Stefano Tiziani, Ph.D.







Dr. Stefano Tiziani is an Associate Professor in the Department of Nutritional Sciences at UT at Austin; in addition, he currently holds a courtesy appointment at the UT Austin Dell Medical School (Department of Oncology and Department of Pediatrics) and an adjunct position at the Medical School of UT Health Science Center at San Antonio. His laboratory is located at the Dell Pediatric Research Institute.

After receiving hisĀ Laurea in Chemistry at the University of Trieste, (Italy), Dr. Tiziani completed his Ph.D. at The Ohio State University in 2006, where he developed a strong interest in phytochemicals and their role in diseases prevention. His interest in metabolic biomarker identification was subsequently extended during his postgraduate training in the field of translational chemical biology to study cancer metabolism. He completed postdoctoral training in molecular oncology and metabolomics as a Marie Curie Fellow and European Research Fellow at the University of Birmingham in the United Kingdom in 2009. He then served as a National Science Foundation Fellow at the Sanford-Burnham Medical Research Institute in La Jolla, CA where he gained a better understanding of the role of the tumor microenvironment in childhood leukemia. Since September 2012, he has been a faculty member of UT at Austin.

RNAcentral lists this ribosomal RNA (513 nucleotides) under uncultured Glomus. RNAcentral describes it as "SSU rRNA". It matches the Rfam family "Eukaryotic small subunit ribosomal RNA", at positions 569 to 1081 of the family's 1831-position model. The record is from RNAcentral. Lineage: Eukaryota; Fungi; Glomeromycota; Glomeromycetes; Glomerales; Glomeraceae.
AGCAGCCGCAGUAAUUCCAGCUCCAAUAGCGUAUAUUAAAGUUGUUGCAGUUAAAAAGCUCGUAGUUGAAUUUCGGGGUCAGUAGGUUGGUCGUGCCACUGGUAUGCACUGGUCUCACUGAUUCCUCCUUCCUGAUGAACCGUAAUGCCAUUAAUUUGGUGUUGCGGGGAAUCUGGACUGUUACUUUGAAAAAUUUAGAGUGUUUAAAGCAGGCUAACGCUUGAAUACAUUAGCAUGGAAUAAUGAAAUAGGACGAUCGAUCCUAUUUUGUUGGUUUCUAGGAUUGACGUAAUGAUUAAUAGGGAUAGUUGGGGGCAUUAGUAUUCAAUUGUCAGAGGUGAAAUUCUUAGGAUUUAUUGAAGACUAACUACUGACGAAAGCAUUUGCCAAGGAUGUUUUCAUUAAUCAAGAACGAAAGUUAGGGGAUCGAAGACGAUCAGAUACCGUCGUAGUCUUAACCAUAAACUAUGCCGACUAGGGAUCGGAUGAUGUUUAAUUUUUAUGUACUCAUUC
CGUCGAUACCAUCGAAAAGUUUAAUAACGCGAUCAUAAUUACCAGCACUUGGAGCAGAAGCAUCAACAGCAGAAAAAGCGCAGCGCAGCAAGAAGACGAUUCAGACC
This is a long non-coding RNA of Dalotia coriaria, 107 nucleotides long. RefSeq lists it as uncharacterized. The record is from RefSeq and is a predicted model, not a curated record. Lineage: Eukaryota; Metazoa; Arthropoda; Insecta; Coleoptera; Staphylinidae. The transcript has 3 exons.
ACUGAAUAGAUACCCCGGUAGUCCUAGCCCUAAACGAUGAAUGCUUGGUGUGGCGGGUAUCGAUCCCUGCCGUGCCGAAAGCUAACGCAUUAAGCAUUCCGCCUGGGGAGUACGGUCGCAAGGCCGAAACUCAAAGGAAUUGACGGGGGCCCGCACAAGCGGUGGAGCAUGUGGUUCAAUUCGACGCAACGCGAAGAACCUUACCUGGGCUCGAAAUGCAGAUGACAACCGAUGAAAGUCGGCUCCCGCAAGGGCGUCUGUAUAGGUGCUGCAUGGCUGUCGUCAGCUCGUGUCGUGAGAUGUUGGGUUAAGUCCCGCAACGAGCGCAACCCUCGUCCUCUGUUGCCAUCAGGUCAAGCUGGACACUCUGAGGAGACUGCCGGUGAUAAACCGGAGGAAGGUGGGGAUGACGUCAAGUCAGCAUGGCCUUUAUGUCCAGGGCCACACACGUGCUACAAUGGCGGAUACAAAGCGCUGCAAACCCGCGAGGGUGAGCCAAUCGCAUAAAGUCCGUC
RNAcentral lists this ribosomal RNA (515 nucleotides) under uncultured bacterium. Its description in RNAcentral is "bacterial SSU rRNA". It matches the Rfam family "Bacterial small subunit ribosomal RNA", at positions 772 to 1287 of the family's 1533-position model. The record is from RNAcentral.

Research interests in his laboratory focus on translational chemical biology using a cutting edge metabolomics-based systems biology approach for metabolic biomarker discovery. His laboratory combines i) high-throughput screening measurements, ii) magnetic resonance spectroscopy and mass spectrometry-based metabolomics, iii) metabolic flux analysis and iv) other omic data to gain a better bio-mechanistic understanding of the effects of combined drug treatment and nutrient modulation in cancer and non-cancer conditions. His current research is actively devoted to developing, integrating and correlating high-throughput screening and untargeted metabolomics data to identify cancer vulnerabilities and accelerate the identification of novel synergistic combinatorial treatment for more precise controlled of complex biological systems.